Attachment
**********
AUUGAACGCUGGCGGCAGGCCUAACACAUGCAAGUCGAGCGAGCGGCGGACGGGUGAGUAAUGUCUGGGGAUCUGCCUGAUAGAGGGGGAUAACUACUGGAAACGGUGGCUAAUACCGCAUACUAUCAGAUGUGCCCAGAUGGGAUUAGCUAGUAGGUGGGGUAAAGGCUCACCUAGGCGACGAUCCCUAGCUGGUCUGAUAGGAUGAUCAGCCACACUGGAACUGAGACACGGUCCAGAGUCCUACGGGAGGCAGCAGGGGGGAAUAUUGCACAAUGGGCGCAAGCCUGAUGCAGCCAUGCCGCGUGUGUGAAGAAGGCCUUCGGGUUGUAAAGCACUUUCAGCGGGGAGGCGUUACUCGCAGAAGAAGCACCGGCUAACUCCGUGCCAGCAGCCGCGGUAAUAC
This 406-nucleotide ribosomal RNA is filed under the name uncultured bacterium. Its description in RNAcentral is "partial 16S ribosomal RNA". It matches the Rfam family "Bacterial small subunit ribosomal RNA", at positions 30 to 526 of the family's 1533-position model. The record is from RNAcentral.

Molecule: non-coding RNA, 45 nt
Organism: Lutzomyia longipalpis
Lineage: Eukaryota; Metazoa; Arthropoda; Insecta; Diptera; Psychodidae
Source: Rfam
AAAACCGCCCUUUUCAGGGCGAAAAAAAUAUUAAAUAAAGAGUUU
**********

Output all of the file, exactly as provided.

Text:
AUUGAACGCUGGCGGCAGGCCUAACACAUGCAAGUCGAGCGAGCGGCGGACGGGUGAGUAAUGUCUGGGGAUCUGCCUGAUAGAGGGGGAUAACUACUGGAAACGGUGGCUAAUACCGCAUACUAUCAGAUGUGCCCAGAUGGGAUUAGCUAGUAGGUGGGGUAAAGGCUCACCUAGGCGACGAUCCCUAGCUGGUCUGAUAGGAUGAUCAGCCACACUGGAACUGAGACACGGUCCAGAGUCCUACGGGAGGCAGCAGGGGGGAAUAUUGCACAAUGGGCGCAAGCCUGAUGCAGCCAUGCCGCGUGUGUGAAGAAGGCCUUCGGGUUGUAAAGCACUUUCAGCGGGGAGGCGUUACUCGCAGAAGAAGCACCGGCUAACUCCGUGCCAGCAGCCGCGGUAAUAC
This 406-nucleotide ribosomal RNA is filed under the name uncultured bacterium. Its description in RNAcentral is "partial 16S ribosomal RNA". It matches the Rfam family "Bacterial small subunit ribosomal RNA", at positions 30 to 526 of the family's 1533-position model. The record is from RNAcentral.

Molecule: non-coding RNA, 45 nt
Organism: Lutzomyia longipalpis
Lineage: Eukaryota; Metazoa; Arthropoda; Insecta; Diptera; Psychodidae
Source: Rfam
AAAACCGCCCUUUUCAGGGCGAAAAAAAUAUUAAAUAAAGAGUUU